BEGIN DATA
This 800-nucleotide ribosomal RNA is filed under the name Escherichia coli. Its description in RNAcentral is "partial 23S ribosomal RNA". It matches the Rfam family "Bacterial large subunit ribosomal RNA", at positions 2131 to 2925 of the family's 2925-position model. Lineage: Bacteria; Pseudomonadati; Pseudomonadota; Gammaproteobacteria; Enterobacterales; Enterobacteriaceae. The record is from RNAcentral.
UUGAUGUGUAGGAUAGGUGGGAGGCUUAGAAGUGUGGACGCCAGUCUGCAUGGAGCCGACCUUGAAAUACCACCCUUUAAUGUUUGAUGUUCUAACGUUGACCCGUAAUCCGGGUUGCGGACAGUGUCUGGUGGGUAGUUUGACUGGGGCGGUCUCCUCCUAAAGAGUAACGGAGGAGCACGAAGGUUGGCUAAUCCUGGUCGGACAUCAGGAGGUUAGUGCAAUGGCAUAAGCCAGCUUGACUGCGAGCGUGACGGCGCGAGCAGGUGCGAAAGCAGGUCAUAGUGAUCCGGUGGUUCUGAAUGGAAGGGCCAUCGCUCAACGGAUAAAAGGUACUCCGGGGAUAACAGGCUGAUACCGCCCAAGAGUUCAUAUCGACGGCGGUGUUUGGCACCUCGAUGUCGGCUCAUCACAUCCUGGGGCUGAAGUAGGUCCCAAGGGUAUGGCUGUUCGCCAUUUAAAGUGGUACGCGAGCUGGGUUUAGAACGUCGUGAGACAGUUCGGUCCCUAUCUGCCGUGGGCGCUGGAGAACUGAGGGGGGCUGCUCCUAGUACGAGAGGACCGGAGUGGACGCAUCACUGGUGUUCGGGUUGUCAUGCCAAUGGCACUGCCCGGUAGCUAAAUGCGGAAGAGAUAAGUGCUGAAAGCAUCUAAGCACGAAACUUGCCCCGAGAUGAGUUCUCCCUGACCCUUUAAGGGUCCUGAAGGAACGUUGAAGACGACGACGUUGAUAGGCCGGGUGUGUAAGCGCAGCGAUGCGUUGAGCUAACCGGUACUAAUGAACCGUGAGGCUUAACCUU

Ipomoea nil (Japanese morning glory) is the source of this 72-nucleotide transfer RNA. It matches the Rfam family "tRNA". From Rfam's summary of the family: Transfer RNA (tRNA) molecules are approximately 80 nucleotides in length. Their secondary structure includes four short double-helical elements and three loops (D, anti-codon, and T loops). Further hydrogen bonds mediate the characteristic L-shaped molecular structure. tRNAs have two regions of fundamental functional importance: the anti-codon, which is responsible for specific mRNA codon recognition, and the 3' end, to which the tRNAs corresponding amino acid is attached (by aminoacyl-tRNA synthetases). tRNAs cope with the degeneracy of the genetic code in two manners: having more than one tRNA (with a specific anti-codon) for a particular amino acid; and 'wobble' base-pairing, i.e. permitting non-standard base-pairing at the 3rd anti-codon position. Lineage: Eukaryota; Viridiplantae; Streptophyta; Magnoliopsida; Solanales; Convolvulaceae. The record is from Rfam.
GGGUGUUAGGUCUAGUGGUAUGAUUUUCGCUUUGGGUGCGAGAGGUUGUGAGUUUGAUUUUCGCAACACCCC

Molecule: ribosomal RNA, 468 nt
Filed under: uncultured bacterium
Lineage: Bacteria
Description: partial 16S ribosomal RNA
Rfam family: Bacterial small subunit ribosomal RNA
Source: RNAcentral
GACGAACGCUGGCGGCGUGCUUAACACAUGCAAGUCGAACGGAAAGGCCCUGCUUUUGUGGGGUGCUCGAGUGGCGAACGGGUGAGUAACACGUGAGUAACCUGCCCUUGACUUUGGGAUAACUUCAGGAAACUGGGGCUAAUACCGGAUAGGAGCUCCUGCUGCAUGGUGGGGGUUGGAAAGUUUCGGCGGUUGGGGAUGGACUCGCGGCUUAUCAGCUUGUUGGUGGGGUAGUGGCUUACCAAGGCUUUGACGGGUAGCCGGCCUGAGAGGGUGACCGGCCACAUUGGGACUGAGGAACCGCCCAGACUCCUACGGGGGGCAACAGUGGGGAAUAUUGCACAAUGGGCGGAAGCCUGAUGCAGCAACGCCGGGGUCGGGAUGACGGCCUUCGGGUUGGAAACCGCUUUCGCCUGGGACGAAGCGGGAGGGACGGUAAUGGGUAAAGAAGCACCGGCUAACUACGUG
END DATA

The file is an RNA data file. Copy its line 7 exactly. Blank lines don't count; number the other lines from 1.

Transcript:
Lineage: Bacteria